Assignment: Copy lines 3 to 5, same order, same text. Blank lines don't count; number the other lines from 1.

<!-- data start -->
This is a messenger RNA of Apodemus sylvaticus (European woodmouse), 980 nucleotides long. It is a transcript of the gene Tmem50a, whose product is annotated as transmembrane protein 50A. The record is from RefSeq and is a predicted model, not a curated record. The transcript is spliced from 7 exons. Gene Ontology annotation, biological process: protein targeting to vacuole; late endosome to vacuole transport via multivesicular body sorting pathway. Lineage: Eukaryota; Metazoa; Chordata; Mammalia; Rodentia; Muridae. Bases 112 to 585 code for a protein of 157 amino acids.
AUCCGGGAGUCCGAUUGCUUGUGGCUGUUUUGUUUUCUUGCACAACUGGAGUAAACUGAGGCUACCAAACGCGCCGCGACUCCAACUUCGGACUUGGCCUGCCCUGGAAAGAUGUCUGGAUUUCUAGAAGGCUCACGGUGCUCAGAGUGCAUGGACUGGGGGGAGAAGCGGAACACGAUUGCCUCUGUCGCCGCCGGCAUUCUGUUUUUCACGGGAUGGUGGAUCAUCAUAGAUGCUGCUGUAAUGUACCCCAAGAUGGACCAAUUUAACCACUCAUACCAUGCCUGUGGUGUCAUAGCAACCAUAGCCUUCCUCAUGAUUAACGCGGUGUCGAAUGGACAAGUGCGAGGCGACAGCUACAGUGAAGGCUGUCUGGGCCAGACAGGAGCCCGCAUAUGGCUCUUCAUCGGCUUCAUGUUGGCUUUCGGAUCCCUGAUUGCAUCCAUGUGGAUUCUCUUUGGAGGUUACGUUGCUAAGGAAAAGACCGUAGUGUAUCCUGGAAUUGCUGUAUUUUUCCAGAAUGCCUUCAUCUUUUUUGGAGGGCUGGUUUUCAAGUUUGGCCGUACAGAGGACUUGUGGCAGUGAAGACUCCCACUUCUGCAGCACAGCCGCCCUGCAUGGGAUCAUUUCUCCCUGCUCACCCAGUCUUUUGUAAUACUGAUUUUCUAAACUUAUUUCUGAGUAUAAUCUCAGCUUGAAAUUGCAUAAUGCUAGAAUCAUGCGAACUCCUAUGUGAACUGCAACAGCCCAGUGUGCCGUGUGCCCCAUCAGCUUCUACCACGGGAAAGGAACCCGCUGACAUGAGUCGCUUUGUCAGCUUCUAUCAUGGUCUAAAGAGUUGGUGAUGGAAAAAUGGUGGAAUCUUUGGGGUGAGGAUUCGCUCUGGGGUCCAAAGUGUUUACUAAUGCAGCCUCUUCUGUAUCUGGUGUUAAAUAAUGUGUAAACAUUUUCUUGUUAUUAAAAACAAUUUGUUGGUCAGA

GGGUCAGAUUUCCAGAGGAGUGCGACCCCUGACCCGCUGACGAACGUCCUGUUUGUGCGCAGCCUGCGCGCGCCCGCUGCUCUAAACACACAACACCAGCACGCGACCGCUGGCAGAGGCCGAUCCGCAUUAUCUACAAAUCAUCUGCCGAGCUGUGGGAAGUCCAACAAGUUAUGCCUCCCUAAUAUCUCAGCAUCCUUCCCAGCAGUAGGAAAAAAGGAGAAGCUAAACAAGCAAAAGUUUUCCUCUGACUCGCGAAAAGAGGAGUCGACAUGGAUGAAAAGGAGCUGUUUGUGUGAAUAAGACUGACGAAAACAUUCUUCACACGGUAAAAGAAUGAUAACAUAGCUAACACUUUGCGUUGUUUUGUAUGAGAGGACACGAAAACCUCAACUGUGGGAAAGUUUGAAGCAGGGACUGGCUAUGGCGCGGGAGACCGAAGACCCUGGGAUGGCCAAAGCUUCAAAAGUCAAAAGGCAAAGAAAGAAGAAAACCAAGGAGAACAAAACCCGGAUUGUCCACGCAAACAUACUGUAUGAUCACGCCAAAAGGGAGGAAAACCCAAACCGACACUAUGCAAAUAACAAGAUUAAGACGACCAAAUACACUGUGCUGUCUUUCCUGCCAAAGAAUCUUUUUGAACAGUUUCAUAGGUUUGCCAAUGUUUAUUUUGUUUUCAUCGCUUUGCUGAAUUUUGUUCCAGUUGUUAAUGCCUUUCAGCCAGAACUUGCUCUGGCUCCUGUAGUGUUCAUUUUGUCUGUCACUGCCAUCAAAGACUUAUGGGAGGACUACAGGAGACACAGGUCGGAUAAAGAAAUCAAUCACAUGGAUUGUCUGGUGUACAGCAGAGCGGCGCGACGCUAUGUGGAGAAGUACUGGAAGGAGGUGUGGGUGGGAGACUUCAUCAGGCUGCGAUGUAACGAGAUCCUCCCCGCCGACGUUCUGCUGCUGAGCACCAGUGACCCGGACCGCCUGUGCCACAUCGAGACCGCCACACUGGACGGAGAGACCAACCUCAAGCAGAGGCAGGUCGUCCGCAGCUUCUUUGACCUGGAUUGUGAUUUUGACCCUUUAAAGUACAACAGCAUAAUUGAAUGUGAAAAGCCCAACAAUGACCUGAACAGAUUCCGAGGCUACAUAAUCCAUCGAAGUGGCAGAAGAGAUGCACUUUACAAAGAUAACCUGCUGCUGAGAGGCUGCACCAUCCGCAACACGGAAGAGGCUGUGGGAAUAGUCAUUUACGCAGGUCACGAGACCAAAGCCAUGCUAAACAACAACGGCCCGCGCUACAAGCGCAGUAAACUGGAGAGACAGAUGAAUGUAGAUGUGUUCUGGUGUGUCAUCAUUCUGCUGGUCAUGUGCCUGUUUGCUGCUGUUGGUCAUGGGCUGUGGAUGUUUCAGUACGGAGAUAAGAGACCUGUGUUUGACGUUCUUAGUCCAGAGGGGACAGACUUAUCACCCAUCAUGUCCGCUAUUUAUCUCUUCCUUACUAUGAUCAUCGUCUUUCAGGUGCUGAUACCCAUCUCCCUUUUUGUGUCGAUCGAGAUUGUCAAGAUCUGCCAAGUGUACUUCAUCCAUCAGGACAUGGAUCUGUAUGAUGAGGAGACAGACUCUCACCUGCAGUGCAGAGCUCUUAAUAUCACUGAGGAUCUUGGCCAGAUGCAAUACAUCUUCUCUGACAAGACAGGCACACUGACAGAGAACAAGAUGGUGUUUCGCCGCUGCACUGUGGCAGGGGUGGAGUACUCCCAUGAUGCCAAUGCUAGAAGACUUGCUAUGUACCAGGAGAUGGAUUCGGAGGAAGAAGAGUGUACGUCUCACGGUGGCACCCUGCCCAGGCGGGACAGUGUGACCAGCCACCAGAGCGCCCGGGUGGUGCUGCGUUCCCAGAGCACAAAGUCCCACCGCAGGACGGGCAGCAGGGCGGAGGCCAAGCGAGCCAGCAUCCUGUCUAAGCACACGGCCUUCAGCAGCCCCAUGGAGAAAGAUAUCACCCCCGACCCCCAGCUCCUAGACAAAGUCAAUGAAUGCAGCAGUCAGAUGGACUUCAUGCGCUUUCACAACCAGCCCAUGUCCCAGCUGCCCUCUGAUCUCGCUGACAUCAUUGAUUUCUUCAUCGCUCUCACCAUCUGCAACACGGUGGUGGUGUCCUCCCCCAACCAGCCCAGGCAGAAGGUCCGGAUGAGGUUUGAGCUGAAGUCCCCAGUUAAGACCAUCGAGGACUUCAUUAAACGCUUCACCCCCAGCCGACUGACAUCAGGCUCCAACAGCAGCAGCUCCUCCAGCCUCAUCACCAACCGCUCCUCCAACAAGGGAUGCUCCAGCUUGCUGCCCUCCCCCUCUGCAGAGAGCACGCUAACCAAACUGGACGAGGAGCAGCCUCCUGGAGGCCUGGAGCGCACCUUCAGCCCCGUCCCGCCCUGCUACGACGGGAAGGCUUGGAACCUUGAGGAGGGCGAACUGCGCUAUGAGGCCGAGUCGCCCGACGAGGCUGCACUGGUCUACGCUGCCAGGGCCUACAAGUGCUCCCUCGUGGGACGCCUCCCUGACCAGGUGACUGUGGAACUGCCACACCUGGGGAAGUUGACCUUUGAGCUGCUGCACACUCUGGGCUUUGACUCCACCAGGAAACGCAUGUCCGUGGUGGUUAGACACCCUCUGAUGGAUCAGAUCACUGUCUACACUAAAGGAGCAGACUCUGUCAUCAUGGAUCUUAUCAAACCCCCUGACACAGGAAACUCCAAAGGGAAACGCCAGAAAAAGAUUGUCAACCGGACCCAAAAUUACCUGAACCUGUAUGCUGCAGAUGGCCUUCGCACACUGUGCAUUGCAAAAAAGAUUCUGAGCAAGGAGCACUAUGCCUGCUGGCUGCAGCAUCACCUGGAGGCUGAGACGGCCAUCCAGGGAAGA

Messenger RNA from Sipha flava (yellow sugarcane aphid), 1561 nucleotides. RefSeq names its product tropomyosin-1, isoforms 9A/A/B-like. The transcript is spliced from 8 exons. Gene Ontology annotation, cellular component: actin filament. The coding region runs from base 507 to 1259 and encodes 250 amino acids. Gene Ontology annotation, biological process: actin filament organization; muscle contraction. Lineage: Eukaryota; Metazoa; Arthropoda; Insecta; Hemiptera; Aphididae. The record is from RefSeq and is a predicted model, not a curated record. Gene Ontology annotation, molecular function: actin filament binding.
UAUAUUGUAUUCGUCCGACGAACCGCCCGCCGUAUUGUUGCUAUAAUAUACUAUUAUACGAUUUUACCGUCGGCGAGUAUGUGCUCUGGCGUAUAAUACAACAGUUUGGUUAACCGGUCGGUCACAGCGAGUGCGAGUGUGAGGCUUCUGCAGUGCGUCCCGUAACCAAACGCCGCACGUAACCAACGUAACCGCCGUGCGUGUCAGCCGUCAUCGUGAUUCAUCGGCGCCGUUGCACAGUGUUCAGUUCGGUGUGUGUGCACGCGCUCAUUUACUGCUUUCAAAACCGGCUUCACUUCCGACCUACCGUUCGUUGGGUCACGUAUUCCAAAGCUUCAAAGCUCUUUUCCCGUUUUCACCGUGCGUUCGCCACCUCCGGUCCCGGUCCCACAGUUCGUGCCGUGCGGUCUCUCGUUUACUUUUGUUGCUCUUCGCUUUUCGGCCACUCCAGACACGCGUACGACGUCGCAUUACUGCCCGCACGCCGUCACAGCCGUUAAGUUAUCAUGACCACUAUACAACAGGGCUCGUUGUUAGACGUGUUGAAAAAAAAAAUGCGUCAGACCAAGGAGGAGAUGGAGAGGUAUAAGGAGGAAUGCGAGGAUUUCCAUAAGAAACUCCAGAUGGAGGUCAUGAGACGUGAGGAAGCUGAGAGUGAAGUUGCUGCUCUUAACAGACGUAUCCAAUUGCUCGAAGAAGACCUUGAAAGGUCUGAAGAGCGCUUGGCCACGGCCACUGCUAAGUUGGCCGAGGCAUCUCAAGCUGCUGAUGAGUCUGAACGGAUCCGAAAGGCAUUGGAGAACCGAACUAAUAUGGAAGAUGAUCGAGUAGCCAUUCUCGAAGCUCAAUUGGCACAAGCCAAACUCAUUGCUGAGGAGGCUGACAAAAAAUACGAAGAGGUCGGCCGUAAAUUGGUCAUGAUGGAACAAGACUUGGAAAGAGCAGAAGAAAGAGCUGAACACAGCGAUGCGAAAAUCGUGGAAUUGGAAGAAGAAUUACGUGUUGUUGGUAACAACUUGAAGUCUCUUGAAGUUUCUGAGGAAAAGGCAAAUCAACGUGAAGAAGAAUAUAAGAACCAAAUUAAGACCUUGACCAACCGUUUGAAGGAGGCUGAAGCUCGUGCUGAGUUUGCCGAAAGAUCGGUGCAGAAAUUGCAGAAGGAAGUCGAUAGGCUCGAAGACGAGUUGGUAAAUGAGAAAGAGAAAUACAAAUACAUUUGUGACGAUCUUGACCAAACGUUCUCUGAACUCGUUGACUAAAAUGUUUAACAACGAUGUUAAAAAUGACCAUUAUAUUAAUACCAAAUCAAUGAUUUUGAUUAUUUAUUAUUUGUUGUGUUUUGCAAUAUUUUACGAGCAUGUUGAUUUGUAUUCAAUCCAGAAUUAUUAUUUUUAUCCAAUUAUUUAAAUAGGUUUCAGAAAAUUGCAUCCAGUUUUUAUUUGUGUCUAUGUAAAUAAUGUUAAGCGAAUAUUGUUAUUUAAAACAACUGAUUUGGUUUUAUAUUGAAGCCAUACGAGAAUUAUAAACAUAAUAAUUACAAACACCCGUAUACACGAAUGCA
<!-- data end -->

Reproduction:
GGGUCAGAUUUCCAGAGGAGUGCGACCCCUGACCCGCUGACGAACGUCCUGUUUGUGCGCAGCCUGCGCGCGCCCGCUGCUCUAAACACACAACACCAGCACGCGACCGCUGGCAGAGGCCGAUCCGCAUUAUCUACAAAUCAUCUGCCGAGCUGUGGGAAGUCCAACAAGUUAUGCCUCCCUAAUAUCUCAGCAUCCUUCCCAGCAGUAGGAAAAAAGGAGAAGCUAAACAAGCAAAAGUUUUCCUCUGACUCGCGAAAAGAGGAGUCGACAUGGAUGAAAAGGAGCUGUUUGUGUGAAUAAGACUGACGAAAACAUUCUUCACACGGUAAAAGAAUGAUAACAUAGCUAACACUUUGCGUUGUUUUGUAUGAGAGGACACGAAAACCUCAACUGUGGGAAAGUUUGAAGCAGGGACUGGCUAUGGCGCGGGAGACCGAAGACCCUGGGAUGGCCAAAGCUUCAAAAGUCAAAAGGCAAAGAAAGAAGAAAACCAAGGAGAACAAAACCCGGAUUGUCCACGCAAACAUACUGUAUGAUCACGCCAAAAGGGAGGAAAACCCAAACCGACACUAUGCAAAUAACAAGAUUAAGACGACCAAAUACACUGUGCUGUCUUUCCUGCCAAAGAAUCUUUUUGAACAGUUUCAUAGGUUUGCCAAUGUUUAUUUUGUUUUCAUCGCUUUGCUGAAUUUUGUUCCAGUUGUUAAUGCCUUUCAGCCAGAACUUGCUCUGGCUCCUGUAGUGUUCAUUUUGUCUGUCACUGCCAUCAAAGACUUAUGGGAGGACUACAGGAGACACAGGUCGGAUAAAGAAAUCAAUCACAUGGAUUGUCUGGUGUACAGCAGAGCGGCGCGACGCUAUGUGGAGAAGUACUGGAAGGAGGUGUGGGUGGGAGACUUCAUCAGGCUGCGAUGUAACGAGAUCCUCCCCGCCGACGUUCUGCUGCUGAGCACCAGUGACCCGGACCGCCUGUGCCACAUCGAGACCGCCACACUGGACGGAGAGACCAACCUCAAGCAGAGGCAGGUCGUCCGCAGCUUCUUUGACCUGGAUUGUGAUUUUGACCCUUUAAAGUACAACAGCAUAAUUGAAUGUGAAAAGCCCAACAAUGACCUGAACAGAUUCCGAGGCUACAUAAUCCAUCGAAGUGGCAGAAGAGAUGCACUUUACAAAGAUAACCUGCUGCUGAGAGGCUGCACCAUCCGCAACACGGAAGAGGCUGUGGGAAUAGUCAUUUACGCAGGUCACGAGACCAAAGCCAUGCUAAACAACAACGGCCCGCGCUACAAGCGCAGUAAACUGGAGAGACAGAUGAAUGUAGAUGUGUUCUGGUGUGUCAUCAUUCUGCUGGUCAUGUGCCUGUUUGCUGCUGUUGGUCAUGGGCUGUGGAUGUUUCAGUACGGAGAUAAGAGACCUGUGUUUGACGUUCUUAGUCCAGAGGGGACAGACUUAUCACCCAUCAUGUCCGCUAUUUAUCUCUUCCUUACUAUGAUCAUCGUCUUUCAGGUGCUGAUACCCAUCUCCCUUUUUGUGUCGAUCGAGAUUGUCAAGAUCUGCCAAGUGUACUUCAUCCAUCAGGACAUGGAUCUGUAUGAUGAGGAGACAGACUCUCACCUGCAGUGCAGAGCUCUUAAUAUCACUGAGGAUCUUGGCCAGAUGCAAUACAUCUUCUCUGACAAGACAGGCACACUGACAGAGAACAAGAUGGUGUUUCGCCGCUGCACUGUGGCAGGGGUGGAGUACUCCCAUGAUGCCAAUGCUAGAAGACUUGCUAUGUACCAGGAGAUGGAUUCGGAGGAAGAAGAGUGUACGUCUCACGGUGGCACCCUGCCCAGGCGGGACAGUGUGACCAGCCACCAGAGCGCCCGGGUGGUGCUGCGUUCCCAGAGCACAAAGUCCCACCGCAGGACGGGCAGCAGGGCGGAGGCCAAGCGAGCCAGCAUCCUGUCUAAGCACACGGCCUUCAGCAGCCCCAUGGAGAAAGAUAUCACCCCCGACCCCCAGCUCCUAGACAAAGUCAAUGAAUGCAGCAGUCAGAUGGACUUCAUGCGCUUUCACAACCAGCCCAUGUCCCAGCUGCCCUCUGAUCUCGCUGACAUCAUUGAUUUCUUCAUCGCUCUCACCAUCUGCAACACGGUGGUGGUGUCCUCCCCCAACCAGCCCAGGCAGAAGGUCCGGAUGAGGUUUGAGCUGAAGUCCCCAGUUAAGACCAUCGAGGACUUCAUUAAACGCUUCACCCCCAGCCGACUGACAUCAGGCUCCAACAGCAGCAGCUCCUCCAGCCUCAUCACCAACCGCUCCUCCAACAAGGGAUGCUCCAGCUUGCUGCCCUCCCCCUCUGCAGAGAGCACGCUAACCAAACUGGACGAGGAGCAGCCUCCUGGAGGCCUGGAGCGCACCUUCAGCCCCGUCCCGCCCUGCUACGACGGGAAGGCUUGGAACCUUGAGGAGGGCGAACUGCGCUAUGAGGCCGAGUCGCCCGACGAGGCUGCACUGGUCUACGCUGCCAGGGCCUACAAGUGCUCCCUCGUGGGACGCCUCCCUGACCAGGUGACUGUGGAACUGCCACACCUGGGGAAGUUGACCUUUGAGCUGCUGCACACUCUGGGCUUUGACUCCACCAGGAAACGCAUGUCCGUGGUGGUUAGACACCCUCUGAUGGAUCAGAUCACUGUCUACACUAAAGGAGCAGACUCUGUCAUCAUGGAUCUUAUCAAACCCCCUGACACAGGAAACUCCAAAGGGAAACGCCAGAAAAAGAUUGUCAACCGGACCCAAAAUUACCUGAACCUGUAUGCUGCAGAUGGCCUUCGCACACUGUGCAUUGCAAAAAAGAUUCUGAGCAAGGAGCACUAUGCCUGCUGGCUGCAGCAUCACCUGGAGGCUGAGACGGCCAUCCAGGGAAGA

Messenger RNA from Sipha flava (yellow sugarcane aphid), 1561 nucleotides. RefSeq names its product tropomyosin-1, isoforms 9A/A/B-like. The transcript is spliced from 8 exons. Gene Ontology annotation, cellular component: actin filament. The coding region runs from base 507 to 1259 and encodes 250 amino acids. Gene Ontology annotation, biological process: actin filament organization; muscle contraction. Lineage: Eukaryota; Metazoa; Arthropoda; Insecta; Hemiptera; Aphididae. The record is from RefSeq and is a predicted model, not a curated record. Gene Ontology annotation, molecular function: actin filament binding.
UAUAUUGUAUUCGUCCGACGAACCGCCCGCCGUAUUGUUGCUAUAAUAUACUAUUAUACGAUUUUACCGUCGGCGAGUAUGUGCUCUGGCGUAUAAUACAACAGUUUGGUUAACCGGUCGGUCACAGCGAGUGCGAGUGUGAGGCUUCUGCAGUGCGUCCCGUAACCAAACGCCGCACGUAACCAACGUAACCGCCGUGCGUGUCAGCCGUCAUCGUGAUUCAUCGGCGCCGUUGCACAGUGUUCAGUUCGGUGUGUGUGCACGCGCUCAUUUACUGCUUUCAAAACCGGCUUCACUUCCGACCUACCGUUCGUUGGGUCACGUAUUCCAAAGCUUCAAAGCUCUUUUCCCGUUUUCACCGUGCGUUCGCCACCUCCGGUCCCGGUCCCACAGUUCGUGCCGUGCGGUCUCUCGUUUACUUUUGUUGCUCUUCGCUUUUCGGCCACUCCAGACACGCGUACGACGUCGCAUUACUGCCCGCACGCCGUCACAGCCGUUAAGUUAUCAUGACCACUAUACAACAGGGCUCGUUGUUAGACGUGUUGAAAAAAAAAAUGCGUCAGACCAAGGAGGAGAUGGAGAGGUAUAAGGAGGAAUGCGAGGAUUUCCAUAAGAAACUCCAGAUGGAGGUCAUGAGACGUGAGGAAGCUGAGAGUGAAGUUGCUGCUCUUAACAGACGUAUCCAAUUGCUCGAAGAAGACCUUGAAAGGUCUGAAGAGCGCUUGGCCACGGCCACUGCUAAGUUGGCCGAGGCAUCUCAAGCUGCUGAUGAGUCUGAACGGAUCCGAAAGGCAUUGGAGAACCGAACUAAUAUGGAAGAUGAUCGAGUAGCCAUUCUCGAAGCUCAAUUGGCACAAGCCAAACUCAUUGCUGAGGAGGCUGACAAAAAAUACGAAGAGGUCGGCCGUAAAUUGGUCAUGAUGGAACAAGACUUGGAAAGAGCAGAAGAAAGAGCUGAACACAGCGAUGCGAAAAUCGUGGAAUUGGAAGAAGAAUUACGUGUUGUUGGUAACAACUUGAAGUCUCUUGAAGUUUCUGAGGAAAAGGCAAAUCAACGUGAAGAAGAAUAUAAGAACCAAAUUAAGACCUUGACCAACCGUUUGAAGGAGGCUGAAGCUCGUGCUGAGUUUGCCGAAAGAUCGGUGCAGAAAUUGCAGAAGGAAGUCGAUAGGCUCGAAGACGAGUUGGUAAAUGAGAAAGAGAAAUACAAAUACAUUUGUGACGAUCUUGACCAAACGUUCUCUGAACUCGUUGACUAAAAUGUUUAACAACGAUGUUAAAAAUGACCAUUAUAUUAAUACCAAAUCAAUGAUUUUGAUUAUUUAUUAUUUGUUGUGUUUUGCAAUAUUUUACGAGCAUGUUGAUUUGUAUUCAAUCCAGAAUUAUUAUUUUUAUCCAAUUAUUUAAAUAGGUUUCAGAAAAUUGCAUCCAGUUUUUAUUUGUGUCUAUGUAAAUAAUGUUAAGCGAAUAUUGUUAUUUAAAACAACUGAUUUGGUUUUAUAUUGAAGCCAUACGAGAAUUAUAAACAUAAUAAUUACAAACACCCGUAUACACGAAUGCA